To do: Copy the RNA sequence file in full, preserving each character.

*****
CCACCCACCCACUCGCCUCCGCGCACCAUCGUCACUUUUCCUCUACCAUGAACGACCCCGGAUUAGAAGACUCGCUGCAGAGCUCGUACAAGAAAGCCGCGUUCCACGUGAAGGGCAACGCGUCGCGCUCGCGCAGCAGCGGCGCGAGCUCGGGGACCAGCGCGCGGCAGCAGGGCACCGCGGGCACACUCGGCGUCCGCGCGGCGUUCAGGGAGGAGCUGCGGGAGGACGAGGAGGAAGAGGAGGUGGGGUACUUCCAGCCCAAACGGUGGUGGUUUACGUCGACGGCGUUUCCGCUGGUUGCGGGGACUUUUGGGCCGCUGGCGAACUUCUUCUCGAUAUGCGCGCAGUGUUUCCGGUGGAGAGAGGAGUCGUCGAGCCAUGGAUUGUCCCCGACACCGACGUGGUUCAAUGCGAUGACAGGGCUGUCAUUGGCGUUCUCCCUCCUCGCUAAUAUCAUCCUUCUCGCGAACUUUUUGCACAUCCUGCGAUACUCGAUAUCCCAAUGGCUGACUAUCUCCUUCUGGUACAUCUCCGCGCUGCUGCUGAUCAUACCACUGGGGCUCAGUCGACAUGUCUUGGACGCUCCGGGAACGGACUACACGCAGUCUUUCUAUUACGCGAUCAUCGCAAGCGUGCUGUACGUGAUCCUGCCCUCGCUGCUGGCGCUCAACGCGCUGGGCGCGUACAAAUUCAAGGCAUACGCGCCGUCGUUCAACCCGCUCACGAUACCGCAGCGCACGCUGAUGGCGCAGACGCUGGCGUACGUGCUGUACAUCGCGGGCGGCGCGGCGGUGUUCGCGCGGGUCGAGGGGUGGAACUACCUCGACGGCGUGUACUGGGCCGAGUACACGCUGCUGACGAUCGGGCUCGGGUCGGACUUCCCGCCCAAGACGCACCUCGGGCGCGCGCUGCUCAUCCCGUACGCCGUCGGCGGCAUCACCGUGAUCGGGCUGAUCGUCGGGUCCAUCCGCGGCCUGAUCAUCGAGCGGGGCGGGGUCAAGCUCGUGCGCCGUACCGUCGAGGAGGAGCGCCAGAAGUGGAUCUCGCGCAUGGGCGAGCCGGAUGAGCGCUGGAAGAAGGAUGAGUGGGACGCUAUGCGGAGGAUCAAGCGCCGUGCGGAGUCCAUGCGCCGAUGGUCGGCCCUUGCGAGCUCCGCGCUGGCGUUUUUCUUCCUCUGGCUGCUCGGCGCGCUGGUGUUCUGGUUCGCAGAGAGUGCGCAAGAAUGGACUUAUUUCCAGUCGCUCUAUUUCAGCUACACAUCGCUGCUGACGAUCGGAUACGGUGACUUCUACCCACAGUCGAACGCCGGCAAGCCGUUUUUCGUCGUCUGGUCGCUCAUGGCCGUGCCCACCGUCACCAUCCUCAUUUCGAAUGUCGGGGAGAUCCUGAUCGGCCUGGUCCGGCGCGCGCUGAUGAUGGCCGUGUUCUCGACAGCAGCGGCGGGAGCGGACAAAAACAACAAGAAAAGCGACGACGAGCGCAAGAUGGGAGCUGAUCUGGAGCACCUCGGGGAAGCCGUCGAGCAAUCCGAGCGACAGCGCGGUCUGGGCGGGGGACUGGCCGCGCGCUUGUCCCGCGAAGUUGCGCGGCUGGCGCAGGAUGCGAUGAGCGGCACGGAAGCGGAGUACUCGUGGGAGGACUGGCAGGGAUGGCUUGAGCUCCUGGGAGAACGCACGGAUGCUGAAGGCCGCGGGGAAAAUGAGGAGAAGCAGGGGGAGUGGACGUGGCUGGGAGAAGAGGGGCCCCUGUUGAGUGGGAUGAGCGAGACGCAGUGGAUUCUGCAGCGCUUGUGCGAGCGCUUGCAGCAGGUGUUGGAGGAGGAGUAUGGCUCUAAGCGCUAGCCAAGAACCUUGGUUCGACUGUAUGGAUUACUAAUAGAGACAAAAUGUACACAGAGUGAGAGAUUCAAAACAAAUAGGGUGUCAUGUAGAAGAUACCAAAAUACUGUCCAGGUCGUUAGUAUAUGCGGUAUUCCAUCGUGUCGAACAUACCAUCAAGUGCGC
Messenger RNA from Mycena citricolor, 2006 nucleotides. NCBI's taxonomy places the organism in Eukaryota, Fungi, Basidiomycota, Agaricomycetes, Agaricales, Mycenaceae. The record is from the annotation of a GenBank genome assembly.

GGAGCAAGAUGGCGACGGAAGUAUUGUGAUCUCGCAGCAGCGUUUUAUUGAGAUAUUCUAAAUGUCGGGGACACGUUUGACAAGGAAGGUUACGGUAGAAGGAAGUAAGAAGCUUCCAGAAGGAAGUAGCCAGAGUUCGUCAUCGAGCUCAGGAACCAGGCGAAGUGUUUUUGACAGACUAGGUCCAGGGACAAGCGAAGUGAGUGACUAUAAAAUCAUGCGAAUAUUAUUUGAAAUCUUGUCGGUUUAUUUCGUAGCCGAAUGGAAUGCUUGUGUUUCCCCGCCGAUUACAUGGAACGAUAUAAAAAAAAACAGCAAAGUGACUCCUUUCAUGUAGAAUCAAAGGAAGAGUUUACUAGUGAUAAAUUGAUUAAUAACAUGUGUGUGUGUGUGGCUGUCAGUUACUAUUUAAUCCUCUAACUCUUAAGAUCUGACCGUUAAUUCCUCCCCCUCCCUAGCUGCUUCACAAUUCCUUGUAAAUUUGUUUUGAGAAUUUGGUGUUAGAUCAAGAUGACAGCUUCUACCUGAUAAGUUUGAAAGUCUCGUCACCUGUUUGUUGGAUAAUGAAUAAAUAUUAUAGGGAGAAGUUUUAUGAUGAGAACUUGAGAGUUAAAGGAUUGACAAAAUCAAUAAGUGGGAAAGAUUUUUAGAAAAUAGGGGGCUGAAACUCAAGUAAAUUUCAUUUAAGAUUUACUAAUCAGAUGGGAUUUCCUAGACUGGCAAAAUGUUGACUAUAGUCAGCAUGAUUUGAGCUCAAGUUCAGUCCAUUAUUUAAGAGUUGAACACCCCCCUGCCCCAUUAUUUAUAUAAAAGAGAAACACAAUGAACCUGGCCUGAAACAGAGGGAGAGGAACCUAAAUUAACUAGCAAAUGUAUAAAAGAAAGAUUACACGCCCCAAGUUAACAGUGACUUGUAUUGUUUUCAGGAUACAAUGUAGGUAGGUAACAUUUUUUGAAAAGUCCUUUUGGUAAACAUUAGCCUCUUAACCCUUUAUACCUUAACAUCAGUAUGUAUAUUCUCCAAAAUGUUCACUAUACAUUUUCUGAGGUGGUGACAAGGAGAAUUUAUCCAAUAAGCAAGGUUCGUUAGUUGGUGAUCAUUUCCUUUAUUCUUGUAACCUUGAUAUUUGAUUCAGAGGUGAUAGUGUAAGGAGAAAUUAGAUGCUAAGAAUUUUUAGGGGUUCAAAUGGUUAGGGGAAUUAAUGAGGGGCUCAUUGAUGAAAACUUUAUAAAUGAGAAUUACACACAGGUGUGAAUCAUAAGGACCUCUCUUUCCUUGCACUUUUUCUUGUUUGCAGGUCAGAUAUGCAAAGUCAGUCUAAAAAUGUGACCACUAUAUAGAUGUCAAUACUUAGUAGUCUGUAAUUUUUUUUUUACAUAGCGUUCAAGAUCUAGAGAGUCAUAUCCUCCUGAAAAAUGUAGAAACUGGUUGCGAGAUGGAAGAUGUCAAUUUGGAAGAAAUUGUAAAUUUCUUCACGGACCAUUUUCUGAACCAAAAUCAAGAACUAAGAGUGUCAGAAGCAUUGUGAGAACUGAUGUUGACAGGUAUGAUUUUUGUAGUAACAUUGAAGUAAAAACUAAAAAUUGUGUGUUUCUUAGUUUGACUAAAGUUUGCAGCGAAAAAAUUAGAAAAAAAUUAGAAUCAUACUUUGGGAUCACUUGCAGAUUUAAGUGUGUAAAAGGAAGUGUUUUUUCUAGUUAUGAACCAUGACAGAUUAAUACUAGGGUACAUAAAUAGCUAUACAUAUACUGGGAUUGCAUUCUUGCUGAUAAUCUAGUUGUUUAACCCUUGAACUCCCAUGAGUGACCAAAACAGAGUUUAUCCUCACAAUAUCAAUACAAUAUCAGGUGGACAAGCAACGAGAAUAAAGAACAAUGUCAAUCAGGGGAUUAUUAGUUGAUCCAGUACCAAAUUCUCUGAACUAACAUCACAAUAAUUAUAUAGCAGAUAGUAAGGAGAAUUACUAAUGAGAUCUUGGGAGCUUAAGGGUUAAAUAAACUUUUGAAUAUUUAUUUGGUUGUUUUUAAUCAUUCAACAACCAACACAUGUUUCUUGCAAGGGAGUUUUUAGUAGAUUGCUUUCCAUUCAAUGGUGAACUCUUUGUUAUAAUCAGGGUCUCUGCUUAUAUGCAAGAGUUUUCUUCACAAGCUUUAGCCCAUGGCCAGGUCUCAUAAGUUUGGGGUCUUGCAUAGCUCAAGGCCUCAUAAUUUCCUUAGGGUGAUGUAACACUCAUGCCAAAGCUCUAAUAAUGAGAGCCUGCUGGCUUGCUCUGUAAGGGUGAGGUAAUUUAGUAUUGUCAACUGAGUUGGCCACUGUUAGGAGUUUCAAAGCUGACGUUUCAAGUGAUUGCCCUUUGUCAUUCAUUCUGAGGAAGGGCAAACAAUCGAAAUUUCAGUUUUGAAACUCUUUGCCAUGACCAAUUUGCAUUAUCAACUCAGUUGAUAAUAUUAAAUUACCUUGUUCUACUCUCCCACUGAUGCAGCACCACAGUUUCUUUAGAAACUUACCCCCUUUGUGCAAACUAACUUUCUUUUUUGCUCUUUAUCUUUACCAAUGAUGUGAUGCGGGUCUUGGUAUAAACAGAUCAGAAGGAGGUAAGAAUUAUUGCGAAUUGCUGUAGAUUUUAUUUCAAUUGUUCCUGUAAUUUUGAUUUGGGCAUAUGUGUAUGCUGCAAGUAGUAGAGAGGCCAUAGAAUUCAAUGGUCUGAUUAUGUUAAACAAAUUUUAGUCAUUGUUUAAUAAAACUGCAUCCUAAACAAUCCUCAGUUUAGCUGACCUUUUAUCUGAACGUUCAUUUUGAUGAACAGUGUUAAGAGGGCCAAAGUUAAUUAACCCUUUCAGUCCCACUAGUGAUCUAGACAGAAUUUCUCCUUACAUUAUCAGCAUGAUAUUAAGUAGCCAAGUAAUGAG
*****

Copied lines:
CCACCCACCCACUCGCCUCCGCGCACCAUCGUCACUUUUCCUCUACCAUGAACGACCCCGGAUUAGAAGACUCGCUGCAGAGCUCGUACAAGAAAGCCGCGUUCCACGUGAAGGGCAACGCGUCGCGCUCGCGCAGCAGCGGCGCGAGCUCGGGGACCAGCGCGCGGCAGCAGGGCACCGCGGGCACACUCGGCGUCCGCGCGGCGUUCAGGGAGGAGCUGCGGGAGGACGAGGAGGAAGAGGAGGUGGGGUACUUCCAGCCCAAACGGUGGUGGUUUACGUCGACGGCGUUUCCGCUGGUUGCGGGGACUUUUGGGCCGCUGGCGAACUUCUUCUCGAUAUGCGCGCAGUGUUUCCGGUGGAGAGAGGAGUCGUCGAGCCAUGGAUUGUCCCCGACACCGACGUGGUUCAAUGCGAUGACAGGGCUGUCAUUGGCGUUCUCCCUCCUCGCUAAUAUCAUCCUUCUCGCGAACUUUUUGCACAUCCUGCGAUACUCGAUAUCCCAAUGGCUGACUAUCUCCUUCUGGUACAUCUCCGCGCUGCUGCUGAUCAUACCACUGGGGCUCAGUCGACAUGUCUUGGACGCUCCGGGAACGGACUACACGCAGUCUUUCUAUUACGCGAUCAUCGCAAGCGUGCUGUACGUGAUCCUGCCCUCGCUGCUGGCGCUCAACGCGCUGGGCGCGUACAAAUUCAAGGCAUACGCGCCGUCGUUCAACCCGCUCACGAUACCGCAGCGCACGCUGAUGGCGCAGACGCUGGCGUACGUGCUGUACAUCGCGGGCGGCGCGGCGGUGUUCGCGCGGGUCGAGGGGUGGAACUACCUCGACGGCGUGUACUGGGCCGAGUACACGCUGCUGACGAUCGGGCUCGGGUCGGACUUCCCGCCCAAGACGCACCUCGGGCGCGCGCUGCUCAUCCCGUACGCCGUCGGCGGCAUCACCGUGAUCGGGCUGAUCGUCGGGUCCAUCCGCGGCCUGAUCAUCGAGCGGGGCGGGGUCAAGCUCGUGCGCCGUACCGUCGAGGAGGAGCGCCAGAAGUGGAUCUCGCGCAUGGGCGAGCCGGAUGAGCGCUGGAAGAAGGAUGAGUGGGACGCUAUGCGGAGGAUCAAGCGCCGUGCGGAGUCCAUGCGCCGAUGGUCGGCCCUUGCGAGCUCCGCGCUGGCGUUUUUCUUCCUCUGGCUGCUCGGCGCGCUGGUGUUCUGGUUCGCAGAGAGUGCGCAAGAAUGGACUUAUUUCCAGUCGCUCUAUUUCAGCUACACAUCGCUGCUGACGAUCGGAUACGGUGACUUCUACCCACAGUCGAACGCCGGCAAGCCGUUUUUCGUCGUCUGGUCGCUCAUGGCCGUGCCCACCGUCACCAUCCUCAUUUCGAAUGUCGGGGAGAUCCUGAUCGGCCUGGUCCGGCGCGCGCUGAUGAUGGCCGUGUUCUCGACAGCAGCGGCGGGAGCGGACAAAAACAACAAGAAAAGCGACGACGAGCGCAAGAUGGGAGCUGAUCUGGAGCACCUCGGGGAAGCCGUCGAGCAAUCCGAGCGACAGCGCGGUCUGGGCGGGGGACUGGCCGCGCGCUUGUCCCGCGAAGUUGCGCGGCUGGCGCAGGAUGCGAUGAGCGGCACGGAAGCGGAGUACUCGUGGGAGGACUGGCAGGGAUGGCUUGAGCUCCUGGGAGAACGCACGGAUGCUGAAGGCCGCGGGGAAAAUGAGGAGAAGCAGGGGGAGUGGACGUGGCUGGGAGAAGAGGGGCCCCUGUUGAGUGGGAUGAGCGAGACGCAGUGGAUUCUGCAGCGCUUGUGCGAGCGCUUGCAGCAGGUGUUGGAGGAGGAGUAUGGCUCUAAGCGCUAGCCAAGAACCUUGGUUCGACUGUAUGGAUUACUAAUAGAGACAAAAUGUACACAGAGUGAGAGAUUCAAAACAAAUAGGGUGUCAUGUAGAAGAUACCAAAAUACUGUCCAGGUCGUUAGUAUAUGCGGUAUUCCAUCGUGUCGAACAUACCAUCAAGUGCGC
Messenger RNA from Mycena citricolor, 2006 nucleotides. NCBI's taxonomy places the organism in Eukaryota, Fungi, Basidiomycota, Agaricomycetes, Agaricales, Mycenaceae. The record is from the annotation of a GenBank genome assembly.

GGAGCAAGAUGGCGACGGAAGUAUUGUGAUCUCGCAGCAGCGUUUUAUUGAGAUAUUCUAAAUGUCGGGGACACGUUUGACAAGGAAGGUUACGGUAGAAGGAAGUAAGAAGCUUCCAGAAGGAAGUAGCCAGAGUUCGUCAUCGAGCUCAGGAACCAGGCGAAGUGUUUUUGACAGACUAGGUCCAGGGACAAGCGAAGUGAGUGACUAUAAAAUCAUGCGAAUAUUAUUUGAAAUCUUGUCGGUUUAUUUCGUAGCCGAAUGGAAUGCUUGUGUUUCCCCGCCGAUUACAUGGAACGAUAUAAAAAAAAACAGCAAAGUGACUCCUUUCAUGUAGAAUCAAAGGAAGAGUUUACUAGUGAUAAAUUGAUUAAUAACAUGUGUGUGUGUGUGGCUGUCAGUUACUAUUUAAUCCUCUAACUCUUAAGAUCUGACCGUUAAUUCCUCCCCCUCCCUAGCUGCUUCACAAUUCCUUGUAAAUUUGUUUUGAGAAUUUGGUGUUAGAUCAAGAUGACAGCUUCUACCUGAUAAGUUUGAAAGUCUCGUCACCUGUUUGUUGGAUAAUGAAUAAAUAUUAUAGGGAGAAGUUUUAUGAUGAGAACUUGAGAGUUAAAGGAUUGACAAAAUCAAUAAGUGGGAAAGAUUUUUAGAAAAUAGGGGGCUGAAACUCAAGUAAAUUUCAUUUAAGAUUUACUAAUCAGAUGGGAUUUCCUAGACUGGCAAAAUGUUGACUAUAGUCAGCAUGAUUUGAGCUCAAGUUCAGUCCAUUAUUUAAGAGUUGAACACCCCCCUGCCCCAUUAUUUAUAUAAAAGAGAAACACAAUGAACCUGGCCUGAAACAGAGGGAGAGGAACCUAAAUUAACUAGCAAAUGUAUAAAAGAAAGAUUACACGCCCCAAGUUAACAGUGACUUGUAUUGUUUUCAGGAUACAAUGUAGGUAGGUAACAUUUUUUGAAAAGUCCUUUUGGUAAACAUUAGCCUCUUAACCCUUUAUACCUUAACAUCAGUAUGUAUAUUCUCCAAAAUGUUCACUAUACAUUUUCUGAGGUGGUGACAAGGAGAAUUUAUCCAAUAAGCAAGGUUCGUUAGUUGGUGAUCAUUUCCUUUAUUCUUGUAACCUUGAUAUUUGAUUCAGAGGUGAUAGUGUAAGGAGAAAUUAGAUGCUAAGAAUUUUUAGGGGUUCAAAUGGUUAGGGGAAUUAAUGAGGGGCUCAUUGAUGAAAACUUUAUAAAUGAGAAUUACACACAGGUGUGAAUCAUAAGGACCUCUCUUUCCUUGCACUUUUUCUUGUUUGCAGGUCAGAUAUGCAAAGUCAGUCUAAAAAUGUGACCACUAUAUAGAUGUCAAUACUUAGUAGUCUGUAAUUUUUUUUUUACAUAGCGUUCAAGAUCUAGAGAGUCAUAUCCUCCUGAAAAAUGUAGAAACUGGUUGCGAGAUGGAAGAUGUCAAUUUGGAAGAAAUUGUAAAUUUCUUCACGGACCAUUUUCUGAACCAAAAUCAAGAACUAAGAGUGUCAGAAGCAUUGUGAGAACUGAUGUUGACAGGUAUGAUUUUUGUAGUAACAUUGAAGUAAAAACUAAAAAUUGUGUGUUUCUUAGUUUGACUAAAGUUUGCAGCGAAAAAAUUAGAAAAAAAUUAGAAUCAUACUUUGGGAUCACUUGCAGAUUUAAGUGUGUAAAAGGAAGUGUUUUUUCUAGUUAUGAACCAUGACAGAUUAAUACUAGGGUACAUAAAUAGCUAUACAUAUACUGGGAUUGCAUUCUUGCUGAUAAUCUAGUUGUUUAACCCUUGAACUCCCAUGAGUGACCAAAACAGAGUUUAUCCUCACAAUAUCAAUACAAUAUCAGGUGGACAAGCAACGAGAAUAAAGAACAAUGUCAAUCAGGGGAUUAUUAGUUGAUCCAGUACCAAAUUCUCUGAACUAACAUCACAAUAAUUAUAUAGCAGAUAGUAAGGAGAAUUACUAAUGAGAUCUUGGGAGCUUAAGGGUUAAAUAAACUUUUGAAUAUUUAUUUGGUUGUUUUUAAUCAUUCAACAACCAACACAUGUUUCUUGCAAGGGAGUUUUUAGUAGAUUGCUUUCCAUUCAAUGGUGAACUCUUUGUUAUAAUCAGGGUCUCUGCUUAUAUGCAAGAGUUUUCUUCACAAGCUUUAGCCCAUGGCCAGGUCUCAUAAGUUUGGGGUCUUGCAUAGCUCAAGGCCUCAUAAUUUCCUUAGGGUGAUGUAACACUCAUGCCAAAGCUCUAAUAAUGAGAGCCUGCUGGCUUGCUCUGUAAGGGUGAGGUAAUUUAGUAUUGUCAACUGAGUUGGCCACUGUUAGGAGUUUCAAAGCUGACGUUUCAAGUGAUUGCCCUUUGUCAUUCAUUCUGAGGAAGGGCAAACAAUCGAAAUUUCAGUUUUGAAACUCUUUGCCAUGACCAAUUUGCAUUAUCAACUCAGUUGAUAAUAUUAAAUUACCUUGUUCUACUCUCCCACUGAUGCAGCACCACAGUUUCUUUAGAAACUUACCCCCUUUGUGCAAACUAACUUUCUUUUUUGCUCUUUAUCUUUACCAAUGAUGUGAUGCGGGUCUUGGUAUAAACAGAUCAGAAGGAGGUAAGAAUUAUUGCGAAUUGCUGUAGAUUUUAUUUCAAUUGUUCCUGUAAUUUUGAUUUGGGCAUAUGUGUAUGCUGCAAGUAGUAGAGAGGCCAUAGAAUUCAAUGGUCUGAUUAUGUUAAACAAAUUUUAGUCAUUGUUUAAUAAAACUGCAUCCUAAACAAUCCUCAGUUUAGCUGACCUUUUAUCUGAACGUUCAUUUUGAUGAACAGUGUUAAGAGGGCCAAAGUUAAUUAACCCUUUCAGUCCCACUAGUGAUCUAGACAGAAUUUCUCCUUACAUUAUCAGCAUGAUAUUAAGUAGCCAAGUAAUGAG